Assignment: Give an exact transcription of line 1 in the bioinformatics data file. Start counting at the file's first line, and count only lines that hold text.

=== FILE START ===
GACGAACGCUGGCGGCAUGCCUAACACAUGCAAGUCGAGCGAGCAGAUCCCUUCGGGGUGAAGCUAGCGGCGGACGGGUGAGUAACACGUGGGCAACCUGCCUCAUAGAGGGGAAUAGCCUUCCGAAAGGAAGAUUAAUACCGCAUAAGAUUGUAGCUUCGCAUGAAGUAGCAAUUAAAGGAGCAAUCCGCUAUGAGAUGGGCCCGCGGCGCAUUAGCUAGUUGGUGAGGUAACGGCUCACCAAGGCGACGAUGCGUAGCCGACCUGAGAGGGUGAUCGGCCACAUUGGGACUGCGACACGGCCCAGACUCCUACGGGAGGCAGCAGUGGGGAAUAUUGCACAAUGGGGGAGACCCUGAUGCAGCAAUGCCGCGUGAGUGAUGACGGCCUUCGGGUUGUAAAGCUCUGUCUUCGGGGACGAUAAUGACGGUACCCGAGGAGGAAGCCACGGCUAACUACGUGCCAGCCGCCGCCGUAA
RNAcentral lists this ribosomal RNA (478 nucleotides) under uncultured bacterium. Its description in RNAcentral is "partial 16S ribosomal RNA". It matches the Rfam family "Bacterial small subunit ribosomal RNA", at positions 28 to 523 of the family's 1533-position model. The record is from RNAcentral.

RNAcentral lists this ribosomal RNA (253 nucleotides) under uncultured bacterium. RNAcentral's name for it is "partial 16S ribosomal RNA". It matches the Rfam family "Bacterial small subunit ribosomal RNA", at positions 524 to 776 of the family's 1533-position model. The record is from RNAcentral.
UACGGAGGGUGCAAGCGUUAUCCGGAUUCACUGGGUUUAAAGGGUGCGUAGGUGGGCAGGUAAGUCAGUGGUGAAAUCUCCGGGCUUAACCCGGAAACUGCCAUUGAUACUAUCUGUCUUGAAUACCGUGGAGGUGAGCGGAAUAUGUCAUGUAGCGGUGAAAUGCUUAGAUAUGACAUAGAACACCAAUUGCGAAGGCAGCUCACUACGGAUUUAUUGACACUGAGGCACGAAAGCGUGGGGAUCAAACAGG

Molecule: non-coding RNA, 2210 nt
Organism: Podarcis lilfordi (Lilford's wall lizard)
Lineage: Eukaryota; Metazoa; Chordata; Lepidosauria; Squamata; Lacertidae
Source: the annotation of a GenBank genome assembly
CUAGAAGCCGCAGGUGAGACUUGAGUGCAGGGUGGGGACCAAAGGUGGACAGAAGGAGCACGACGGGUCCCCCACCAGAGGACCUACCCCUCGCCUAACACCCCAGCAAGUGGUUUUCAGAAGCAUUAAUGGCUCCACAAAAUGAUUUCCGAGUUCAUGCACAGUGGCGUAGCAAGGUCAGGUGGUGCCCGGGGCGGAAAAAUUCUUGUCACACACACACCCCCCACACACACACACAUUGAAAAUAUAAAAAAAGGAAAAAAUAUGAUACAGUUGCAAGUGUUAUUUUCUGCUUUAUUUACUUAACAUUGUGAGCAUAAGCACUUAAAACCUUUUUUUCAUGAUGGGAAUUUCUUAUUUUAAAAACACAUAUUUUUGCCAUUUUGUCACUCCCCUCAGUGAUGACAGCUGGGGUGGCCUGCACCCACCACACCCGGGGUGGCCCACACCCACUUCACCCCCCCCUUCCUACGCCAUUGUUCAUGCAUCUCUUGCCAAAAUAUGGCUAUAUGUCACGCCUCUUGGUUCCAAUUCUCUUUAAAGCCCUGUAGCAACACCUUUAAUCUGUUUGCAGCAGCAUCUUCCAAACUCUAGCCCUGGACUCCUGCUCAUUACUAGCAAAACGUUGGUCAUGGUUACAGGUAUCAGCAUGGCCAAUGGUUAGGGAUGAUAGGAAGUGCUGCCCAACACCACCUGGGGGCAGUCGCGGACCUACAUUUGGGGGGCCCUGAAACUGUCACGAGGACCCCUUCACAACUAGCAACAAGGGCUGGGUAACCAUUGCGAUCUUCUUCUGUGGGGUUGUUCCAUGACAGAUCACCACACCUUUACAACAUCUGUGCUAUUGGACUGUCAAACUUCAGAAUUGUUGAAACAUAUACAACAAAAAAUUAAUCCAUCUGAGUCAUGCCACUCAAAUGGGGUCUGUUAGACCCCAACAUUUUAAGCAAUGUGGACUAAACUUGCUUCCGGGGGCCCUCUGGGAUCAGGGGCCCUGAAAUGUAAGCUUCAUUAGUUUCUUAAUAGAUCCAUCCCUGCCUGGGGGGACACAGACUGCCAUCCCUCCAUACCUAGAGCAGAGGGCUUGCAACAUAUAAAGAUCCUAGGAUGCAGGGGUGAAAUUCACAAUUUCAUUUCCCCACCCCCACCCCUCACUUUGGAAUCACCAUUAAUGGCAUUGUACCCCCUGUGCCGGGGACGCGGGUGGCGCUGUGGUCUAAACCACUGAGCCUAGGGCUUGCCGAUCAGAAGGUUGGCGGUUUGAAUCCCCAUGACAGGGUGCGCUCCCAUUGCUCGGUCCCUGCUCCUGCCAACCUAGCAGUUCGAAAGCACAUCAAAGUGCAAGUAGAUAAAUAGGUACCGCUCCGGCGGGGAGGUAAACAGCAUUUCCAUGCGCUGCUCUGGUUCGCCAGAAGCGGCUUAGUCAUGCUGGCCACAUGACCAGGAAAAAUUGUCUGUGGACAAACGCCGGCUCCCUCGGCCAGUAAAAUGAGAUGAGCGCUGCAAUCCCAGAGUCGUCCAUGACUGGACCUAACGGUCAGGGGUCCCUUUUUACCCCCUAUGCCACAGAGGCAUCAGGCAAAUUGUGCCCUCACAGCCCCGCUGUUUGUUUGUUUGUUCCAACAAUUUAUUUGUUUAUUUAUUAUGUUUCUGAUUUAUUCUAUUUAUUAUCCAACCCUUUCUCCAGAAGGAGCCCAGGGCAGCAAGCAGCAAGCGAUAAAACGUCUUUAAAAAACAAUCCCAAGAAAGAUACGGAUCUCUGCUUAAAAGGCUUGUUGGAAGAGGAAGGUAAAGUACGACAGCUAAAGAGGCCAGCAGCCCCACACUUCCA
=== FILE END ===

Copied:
GACGAACGCUGGCGGCAUGCCUAACACAUGCAAGUCGAGCGAGCAGAUCCCUUCGGGGUGAAGCUAGCGGCGGACGGGUGAGUAACACGUGGGCAACCUGCCUCAUAGAGGGGAAUAGCCUUCCGAAAGGAAGAUUAAUACCGCAUAAGAUUGUAGCUUCGCAUGAAGUAGCAAUUAAAGGAGCAAUCCGCUAUGAGAUGGGCCCGCGGCGCAUUAGCUAGUUGGUGAGGUAACGGCUCACCAAGGCGACGAUGCGUAGCCGACCUGAGAGGGUGAUCGGCCACAUUGGGACUGCGACACGGCCCAGACUCCUACGGGAGGCAGCAGUGGGGAAUAUUGCACAAUGGGGGAGACCCUGAUGCAGCAAUGCCGCGUGAGUGAUGACGGCCUUCGGGUUGUAAAGCUCUGUCUUCGGGGACGAUAAUGACGGUACCCGAGGAGGAAGCCACGGCUAACUACGUGCCAGCCGCCGCCGUAA